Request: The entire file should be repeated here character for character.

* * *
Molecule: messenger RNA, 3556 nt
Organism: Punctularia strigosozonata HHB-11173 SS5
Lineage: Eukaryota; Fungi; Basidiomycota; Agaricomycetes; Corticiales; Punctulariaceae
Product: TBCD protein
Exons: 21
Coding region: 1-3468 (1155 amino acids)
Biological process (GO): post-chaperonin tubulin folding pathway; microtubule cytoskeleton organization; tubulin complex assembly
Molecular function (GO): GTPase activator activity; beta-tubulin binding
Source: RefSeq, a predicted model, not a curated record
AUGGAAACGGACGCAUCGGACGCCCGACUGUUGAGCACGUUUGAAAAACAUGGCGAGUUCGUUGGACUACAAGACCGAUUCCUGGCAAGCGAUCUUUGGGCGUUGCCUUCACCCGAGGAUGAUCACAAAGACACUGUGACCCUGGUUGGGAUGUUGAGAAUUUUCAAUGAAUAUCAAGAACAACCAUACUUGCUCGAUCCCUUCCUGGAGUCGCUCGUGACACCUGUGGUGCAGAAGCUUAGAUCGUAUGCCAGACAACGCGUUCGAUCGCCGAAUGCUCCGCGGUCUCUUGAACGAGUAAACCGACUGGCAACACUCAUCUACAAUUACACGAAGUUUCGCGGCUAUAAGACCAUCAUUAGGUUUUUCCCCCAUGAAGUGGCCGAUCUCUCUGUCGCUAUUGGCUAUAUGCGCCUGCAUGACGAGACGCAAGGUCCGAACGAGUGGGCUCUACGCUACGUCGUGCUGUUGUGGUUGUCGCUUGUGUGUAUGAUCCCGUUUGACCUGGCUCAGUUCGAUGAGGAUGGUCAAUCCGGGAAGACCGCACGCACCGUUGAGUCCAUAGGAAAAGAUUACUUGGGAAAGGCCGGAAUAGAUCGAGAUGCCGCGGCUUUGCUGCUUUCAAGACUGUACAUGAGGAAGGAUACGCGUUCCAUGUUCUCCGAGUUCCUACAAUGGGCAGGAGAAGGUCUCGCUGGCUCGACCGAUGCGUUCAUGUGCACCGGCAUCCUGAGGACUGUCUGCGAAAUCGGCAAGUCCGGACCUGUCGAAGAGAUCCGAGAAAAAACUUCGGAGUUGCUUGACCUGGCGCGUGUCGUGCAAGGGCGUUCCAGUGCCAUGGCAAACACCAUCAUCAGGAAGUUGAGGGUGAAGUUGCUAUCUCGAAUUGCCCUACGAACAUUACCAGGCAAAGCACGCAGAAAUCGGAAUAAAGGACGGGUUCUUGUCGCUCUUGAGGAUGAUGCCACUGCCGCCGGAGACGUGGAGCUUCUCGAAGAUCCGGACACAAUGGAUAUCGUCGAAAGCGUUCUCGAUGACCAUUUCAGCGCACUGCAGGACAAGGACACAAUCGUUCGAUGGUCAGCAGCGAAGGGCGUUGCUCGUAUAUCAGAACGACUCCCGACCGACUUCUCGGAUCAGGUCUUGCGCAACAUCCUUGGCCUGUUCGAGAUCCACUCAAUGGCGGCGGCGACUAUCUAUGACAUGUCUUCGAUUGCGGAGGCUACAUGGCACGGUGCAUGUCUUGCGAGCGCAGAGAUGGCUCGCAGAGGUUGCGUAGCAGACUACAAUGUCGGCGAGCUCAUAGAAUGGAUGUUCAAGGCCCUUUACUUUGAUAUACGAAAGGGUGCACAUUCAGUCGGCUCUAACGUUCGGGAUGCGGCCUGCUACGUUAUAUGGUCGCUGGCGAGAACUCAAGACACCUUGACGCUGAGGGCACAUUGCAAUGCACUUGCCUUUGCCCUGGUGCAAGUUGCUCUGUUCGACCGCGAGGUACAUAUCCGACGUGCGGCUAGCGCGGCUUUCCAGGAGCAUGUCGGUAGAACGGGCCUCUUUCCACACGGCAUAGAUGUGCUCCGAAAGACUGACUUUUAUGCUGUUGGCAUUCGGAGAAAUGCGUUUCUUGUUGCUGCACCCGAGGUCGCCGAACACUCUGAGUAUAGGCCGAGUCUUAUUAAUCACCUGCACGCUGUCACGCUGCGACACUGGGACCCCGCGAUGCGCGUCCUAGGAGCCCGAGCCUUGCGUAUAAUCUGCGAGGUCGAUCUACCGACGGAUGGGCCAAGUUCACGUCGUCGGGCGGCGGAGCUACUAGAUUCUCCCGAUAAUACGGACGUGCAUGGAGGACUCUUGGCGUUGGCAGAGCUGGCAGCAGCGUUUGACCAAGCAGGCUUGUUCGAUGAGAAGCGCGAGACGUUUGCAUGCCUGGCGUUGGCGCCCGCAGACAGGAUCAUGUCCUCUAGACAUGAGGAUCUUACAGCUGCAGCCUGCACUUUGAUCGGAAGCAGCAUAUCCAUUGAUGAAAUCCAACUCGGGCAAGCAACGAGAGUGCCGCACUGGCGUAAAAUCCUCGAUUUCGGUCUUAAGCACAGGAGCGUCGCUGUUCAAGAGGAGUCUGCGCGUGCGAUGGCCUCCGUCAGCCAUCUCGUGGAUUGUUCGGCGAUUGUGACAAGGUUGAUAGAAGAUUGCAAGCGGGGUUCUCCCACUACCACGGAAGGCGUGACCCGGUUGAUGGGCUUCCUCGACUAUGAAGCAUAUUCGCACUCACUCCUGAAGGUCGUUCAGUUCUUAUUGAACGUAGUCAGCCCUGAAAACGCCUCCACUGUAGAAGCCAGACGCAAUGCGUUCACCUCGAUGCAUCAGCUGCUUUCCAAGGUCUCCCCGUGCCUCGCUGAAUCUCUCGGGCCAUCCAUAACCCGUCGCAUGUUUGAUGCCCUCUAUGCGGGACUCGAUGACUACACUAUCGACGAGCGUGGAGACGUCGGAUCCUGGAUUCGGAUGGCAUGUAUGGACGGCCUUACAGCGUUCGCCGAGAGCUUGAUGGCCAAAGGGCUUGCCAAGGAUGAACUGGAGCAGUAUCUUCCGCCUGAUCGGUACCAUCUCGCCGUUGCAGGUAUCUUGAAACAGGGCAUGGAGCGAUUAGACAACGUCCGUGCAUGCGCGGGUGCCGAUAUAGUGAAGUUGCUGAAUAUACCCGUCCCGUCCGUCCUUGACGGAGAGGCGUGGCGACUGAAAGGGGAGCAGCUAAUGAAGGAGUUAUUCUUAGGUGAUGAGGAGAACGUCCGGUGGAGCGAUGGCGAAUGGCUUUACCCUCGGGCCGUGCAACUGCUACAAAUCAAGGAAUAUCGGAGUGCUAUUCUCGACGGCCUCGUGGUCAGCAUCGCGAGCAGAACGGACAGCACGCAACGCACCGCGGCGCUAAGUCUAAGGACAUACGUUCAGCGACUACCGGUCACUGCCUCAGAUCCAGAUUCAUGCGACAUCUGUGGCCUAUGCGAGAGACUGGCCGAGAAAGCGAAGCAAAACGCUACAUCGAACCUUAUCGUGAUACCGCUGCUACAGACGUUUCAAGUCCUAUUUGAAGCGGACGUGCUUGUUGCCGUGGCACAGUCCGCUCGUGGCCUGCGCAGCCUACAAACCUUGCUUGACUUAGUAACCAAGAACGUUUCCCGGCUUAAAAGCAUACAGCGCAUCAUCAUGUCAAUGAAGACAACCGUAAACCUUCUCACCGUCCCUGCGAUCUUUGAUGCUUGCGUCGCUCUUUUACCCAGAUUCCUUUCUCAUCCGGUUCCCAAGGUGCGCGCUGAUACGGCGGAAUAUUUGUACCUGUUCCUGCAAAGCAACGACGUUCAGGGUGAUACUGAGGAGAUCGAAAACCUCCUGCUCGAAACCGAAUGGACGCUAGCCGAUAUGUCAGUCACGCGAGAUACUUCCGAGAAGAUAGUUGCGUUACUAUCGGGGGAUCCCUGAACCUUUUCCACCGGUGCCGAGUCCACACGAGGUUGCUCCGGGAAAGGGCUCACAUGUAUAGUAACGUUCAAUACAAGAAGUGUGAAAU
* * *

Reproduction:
Molecule: messenger RNA, 3556 nt
Organism: Punctularia strigosozonata HHB-11173 SS5
Lineage: Eukaryota; Fungi; Basidiomycota; Agaricomycetes; Corticiales; Punctulariaceae
Product: TBCD protein
Exons: 21
Coding region: 1-3468 (1155 amino acids)
Biological process (GO): post-chaperonin tubulin folding pathway; microtubule cytoskeleton organization; tubulin complex assembly
Molecular function (GO): GTPase activator activity; beta-tubulin binding
Source: RefSeq, a predicted model, not a curated record
AUGGAAACGGACGCAUCGGACGCCCGACUGUUGAGCACGUUUGAAAAACAUGGCGAGUUCGUUGGACUACAAGACCGAUUCCUGGCAAGCGAUCUUUGGGCGUUGCCUUCACCCGAGGAUGAUCACAAAGACACUGUGACCCUGGUUGGGAUGUUGAGAAUUUUCAAUGAAUAUCAAGAACAACCAUACUUGCUCGAUCCCUUCCUGGAGUCGCUCGUGACACCUGUGGUGCAGAAGCUUAGAUCGUAUGCCAGACAACGCGUUCGAUCGCCGAAUGCUCCGCGGUCUCUUGAACGAGUAAACCGACUGGCAACACUCAUCUACAAUUACACGAAGUUUCGCGGCUAUAAGACCAUCAUUAGGUUUUUCCCCCAUGAAGUGGCCGAUCUCUCUGUCGCUAUUGGCUAUAUGCGCCUGCAUGACGAGACGCAAGGUCCGAACGAGUGGGCUCUACGCUACGUCGUGCUGUUGUGGUUGUCGCUUGUGUGUAUGAUCCCGUUUGACCUGGCUCAGUUCGAUGAGGAUGGUCAAUCCGGGAAGACCGCACGCACCGUUGAGUCCAUAGGAAAAGAUUACUUGGGAAAGGCCGGAAUAGAUCGAGAUGCCGCGGCUUUGCUGCUUUCAAGACUGUACAUGAGGAAGGAUACGCGUUCCAUGUUCUCCGAGUUCCUACAAUGGGCAGGAGAAGGUCUCGCUGGCUCGACCGAUGCGUUCAUGUGCACCGGCAUCCUGAGGACUGUCUGCGAAAUCGGCAAGUCCGGACCUGUCGAAGAGAUCCGAGAAAAAACUUCGGAGUUGCUUGACCUGGCGCGUGUCGUGCAAGGGCGUUCCAGUGCCAUGGCAAACACCAUCAUCAGGAAGUUGAGGGUGAAGUUGCUAUCUCGAAUUGCCCUACGAACAUUACCAGGCAAAGCACGCAGAAAUCGGAAUAAAGGACGGGUUCUUGUCGCUCUUGAGGAUGAUGCCACUGCCGCCGGAGACGUGGAGCUUCUCGAAGAUCCGGACACAAUGGAUAUCGUCGAAAGCGUUCUCGAUGACCAUUUCAGCGCACUGCAGGACAAGGACACAAUCGUUCGAUGGUCAGCAGCGAAGGGCGUUGCUCGUAUAUCAGAACGACUCCCGACCGACUUCUCGGAUCAGGUCUUGCGCAACAUCCUUGGCCUGUUCGAGAUCCACUCAAUGGCGGCGGCGACUAUCUAUGACAUGUCUUCGAUUGCGGAGGCUACAUGGCACGGUGCAUGUCUUGCGAGCGCAGAGAUGGCUCGCAGAGGUUGCGUAGCAGACUACAAUGUCGGCGAGCUCAUAGAAUGGAUGUUCAAGGCCCUUUACUUUGAUAUACGAAAGGGUGCACAUUCAGUCGGCUCUAACGUUCGGGAUGCGGCCUGCUACGUUAUAUGGUCGCUGGCGAGAACUCAAGACACCUUGACGCUGAGGGCACAUUGCAAUGCACUUGCCUUUGCCCUGGUGCAAGUUGCUCUGUUCGACCGCGAGGUACAUAUCCGACGUGCGGCUAGCGCGGCUUUCCAGGAGCAUGUCGGUAGAACGGGCCUCUUUCCACACGGCAUAGAUGUGCUCCGAAAGACUGACUUUUAUGCUGUUGGCAUUCGGAGAAAUGCGUUUCUUGUUGCUGCACCCGAGGUCGCCGAACACUCUGAGUAUAGGCCGAGUCUUAUUAAUCACCUGCACGCUGUCACGCUGCGACACUGGGACCCCGCGAUGCGCGUCCUAGGAGCCCGAGCCUUGCGUAUAAUCUGCGAGGUCGAUCUACCGACGGAUGGGCCAAGUUCACGUCGUCGGGCGGCGGAGCUACUAGAUUCUCCCGAUAAUACGGACGUGCAUGGAGGACUCUUGGCGUUGGCAGAGCUGGCAGCAGCGUUUGACCAAGCAGGCUUGUUCGAUGAGAAGCGCGAGACGUUUGCAUGCCUGGCGUUGGCGCCCGCAGACAGGAUCAUGUCCUCUAGACAUGAGGAUCUUACAGCUGCAGCCUGCACUUUGAUCGGAAGCAGCAUAUCCAUUGAUGAAAUCCAACUCGGGCAAGCAACGAGAGUGCCGCACUGGCGUAAAAUCCUCGAUUUCGGUCUUAAGCACAGGAGCGUCGCUGUUCAAGAGGAGUCUGCGCGUGCGAUGGCCUCCGUCAGCCAUCUCGUGGAUUGUUCGGCGAUUGUGACAAGGUUGAUAGAAGAUUGCAAGCGGGGUUCUCCCACUACCACGGAAGGCGUGACCCGGUUGAUGGGCUUCCUCGACUAUGAAGCAUAUUCGCACUCACUCCUGAAGGUCGUUCAGUUCUUAUUGAACGUAGUCAGCCCUGAAAACGCCUCCACUGUAGAAGCCAGACGCAAUGCGUUCACCUCGAUGCAUCAGCUGCUUUCCAAGGUCUCCCCGUGCCUCGCUGAAUCUCUCGGGCCAUCCAUAACCCGUCGCAUGUUUGAUGCCCUCUAUGCGGGACUCGAUGACUACACUAUCGACGAGCGUGGAGACGUCGGAUCCUGGAUUCGGAUGGCAUGUAUGGACGGCCUUACAGCGUUCGCCGAGAGCUUGAUGGCCAAAGGGCUUGCCAAGGAUGAACUGGAGCAGUAUCUUCCGCCUGAUCGGUACCAUCUCGCCGUUGCAGGUAUCUUGAAACAGGGCAUGGAGCGAUUAGACAACGUCCGUGCAUGCGCGGGUGCCGAUAUAGUGAAGUUGCUGAAUAUACCCGUCCCGUCCGUCCUUGACGGAGAGGCGUGGCGACUGAAAGGGGAGCAGCUAAUGAAGGAGUUAUUCUUAGGUGAUGAGGAGAACGUCCGGUGGAGCGAUGGCGAAUGGCUUUACCCUCGGGCCGUGCAACUGCUACAAAUCAAGGAAUAUCGGAGUGCUAUUCUCGACGGCCUCGUGGUCAGCAUCGCGAGCAGAACGGACAGCACGCAACGCACCGCGGCGCUAAGUCUAAGGACAUACGUUCAGCGACUACCGGUCACUGCCUCAGAUCCAGAUUCAUGCGACAUCUGUGGCCUAUGCGAGAGACUGGCCGAGAAAGCGAAGCAAAACGCUACAUCGAACCUUAUCGUGAUACCGCUGCUACAGACGUUUCAAGUCCUAUUUGAAGCGGACGUGCUUGUUGCCGUGGCACAGUCCGCUCGUGGCCUGCGCAGCCUACAAACCUUGCUUGACUUAGUAACCAAGAACGUUUCCCGGCUUAAAAGCAUACAGCGCAUCAUCAUGUCAAUGAAGACAACCGUAAACCUUCUCACCGUCCCUGCGAUCUUUGAUGCUUGCGUCGCUCUUUUACCCAGAUUCCUUUCUCAUCCGGUUCCCAAGGUGCGCGCUGAUACGGCGGAAUAUUUGUACCUGUUCCUGCAAAGCAACGACGUUCAGGGUGAUACUGAGGAGAUCGAAAACCUCCUGCUCGAAACCGAAUGGACGCUAGCCGAUAUGUCAGUCACGCGAGAUACUUCCGAGAAGAUAGUUGCGUUACUAUCGGGGGAUCCCUGAACCUUUUCCACCGGUGCCGAGUCCACACGAGGUUGCUCCGGGAAAGGGCUCACAUGUAUAGUAACGUUCAAUACAAGAAGUGUGAAAU